flooding. Following these routes also makes it difficult
to deliver materials.
6. Avoid disrupting the environment. Taking into
consideration environmental codes and regulations, the
engineer should select routes that cause the least
disturbance to the environment. The engineer should
also consider aesthetics when reviewing possible routes.
The following text discusses the types of electrical
distribution drawings that you may prepare when you
are assisting the engineering officer in a construction
battalion or when assigned to the engineering division
of a public works department.
Electrical Distribution Plans
The type and extent of information placed on an
electrical distribution plan depends on the purpose of the
plan. Figure 2-14 is a distribution plan for a Navy
activity that is taken from that activitys master plan. As
you can see, it shows the routes of the distribution
circuits, but it only identifies them as aboveground or
belowground. For this plan, you would find a brief
narrative description of the circuits located in the text of
the master plan.
Obviously, a drawing of the type shown in figure
2-14 is of little use to an engineer or lineman who
requires specific information about the distribution
system. For this purpose, you should prepare a detailed
electrical distribution plan. The detailed plan is drawn
using the proper electrical symbols found in ANSI
Y32.9. Similar to figure 2-14, the detailed plan shows
all buildings and facilities and the routing of the
distribution lines. In addition and as applicable to the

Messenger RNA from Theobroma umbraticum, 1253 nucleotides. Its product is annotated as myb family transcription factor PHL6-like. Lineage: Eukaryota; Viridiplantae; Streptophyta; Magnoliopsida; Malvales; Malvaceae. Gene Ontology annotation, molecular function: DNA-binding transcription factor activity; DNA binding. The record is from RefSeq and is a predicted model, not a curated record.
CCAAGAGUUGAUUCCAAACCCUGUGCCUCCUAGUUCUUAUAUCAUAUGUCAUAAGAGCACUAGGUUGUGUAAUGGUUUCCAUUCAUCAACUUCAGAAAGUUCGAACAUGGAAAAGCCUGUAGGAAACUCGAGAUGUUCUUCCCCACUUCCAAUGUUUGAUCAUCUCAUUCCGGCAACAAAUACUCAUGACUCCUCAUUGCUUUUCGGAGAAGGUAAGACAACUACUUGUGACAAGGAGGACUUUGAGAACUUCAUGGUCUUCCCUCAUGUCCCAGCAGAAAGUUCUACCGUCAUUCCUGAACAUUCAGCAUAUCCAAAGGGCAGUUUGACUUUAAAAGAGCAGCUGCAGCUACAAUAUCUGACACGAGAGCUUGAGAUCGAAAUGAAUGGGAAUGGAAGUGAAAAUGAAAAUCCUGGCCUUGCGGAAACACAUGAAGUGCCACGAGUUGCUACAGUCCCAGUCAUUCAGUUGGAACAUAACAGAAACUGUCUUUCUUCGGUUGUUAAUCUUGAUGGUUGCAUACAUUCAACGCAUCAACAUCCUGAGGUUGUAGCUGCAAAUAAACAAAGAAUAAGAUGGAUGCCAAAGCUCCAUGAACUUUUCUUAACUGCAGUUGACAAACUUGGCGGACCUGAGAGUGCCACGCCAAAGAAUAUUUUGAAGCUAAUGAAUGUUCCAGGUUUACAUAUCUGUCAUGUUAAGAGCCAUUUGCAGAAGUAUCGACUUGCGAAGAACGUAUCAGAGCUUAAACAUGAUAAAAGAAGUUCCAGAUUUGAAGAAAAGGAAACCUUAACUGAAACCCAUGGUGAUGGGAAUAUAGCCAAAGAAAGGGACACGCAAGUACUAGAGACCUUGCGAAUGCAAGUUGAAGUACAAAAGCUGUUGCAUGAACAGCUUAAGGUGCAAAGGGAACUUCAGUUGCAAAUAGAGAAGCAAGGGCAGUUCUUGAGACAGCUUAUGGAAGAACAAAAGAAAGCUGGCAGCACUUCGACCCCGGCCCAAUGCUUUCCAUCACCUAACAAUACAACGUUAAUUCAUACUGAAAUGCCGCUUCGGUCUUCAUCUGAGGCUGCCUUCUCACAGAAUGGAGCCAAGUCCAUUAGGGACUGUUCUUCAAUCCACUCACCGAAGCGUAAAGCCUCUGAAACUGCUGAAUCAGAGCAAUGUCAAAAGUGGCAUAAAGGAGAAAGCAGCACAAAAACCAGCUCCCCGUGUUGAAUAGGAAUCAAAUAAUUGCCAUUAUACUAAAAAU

type of system you are drawing, you also should include
the following information:
1. The source of power (power plant, public
utility line, substation, or standby generator with
2. The number, type, and size of underground
conduit or cable ducts and the size, number, voltage, and
type of cable.
3. Where cable runs are made without installed
ducts, indicate the location, dimensions, and description
of splice boxes.
4. Identify and describe all electrical manholes
and handholes by location, identification number, type,
dimensions, and top and invert elevations.
5. Describe all transformer vaults, either above-
ground or belowground, with dimensions, top and invert
elevations, numbers, type, and electrical data.
6. Electrical data for all substations.
7. The location
8. The number,
9. The location,
and height of all poles.
and type of all sectionalizing
size, type, and voltage of all
identification, material, class,
10. The number and rating of all pole-mounted
11. Street-lighting systems, light standards, type,
and rating of lights.
12. The number, size, voltage, and type of street-
13. Note any buildings containing street-lighting
transformers and control equipment together with type
and rating of transformers.
To simplify the drawing, it is common practice to
place much of the above information in appropriate
schedules. For example, in an overhead distribution
plan, you need only show the location and identification
number of the poles on the plan. The material, class, and
height of the poles can be placed in a pole schedule that
is listed by the pole identification numbers.
Site plans are discussed in the EA3 TRAMAN. As
you should recall from your study of that training
manual, a site plan furnishes the essential data for
laying out a proposed facility. It shows property
boundaries, contours, roads, sidewalks, existing and
proposed buildings or structures, references, and
other significant physical features, such as existing
utility lines. For small, uncomplicated buildings, you
can often show all proposed electrical and other new
utility lines on the same site plan. For the average
facility, however, it is common practice to prepare
separate utility plans that are included, as applicable,
in the plumbing and electrical divisions of a set of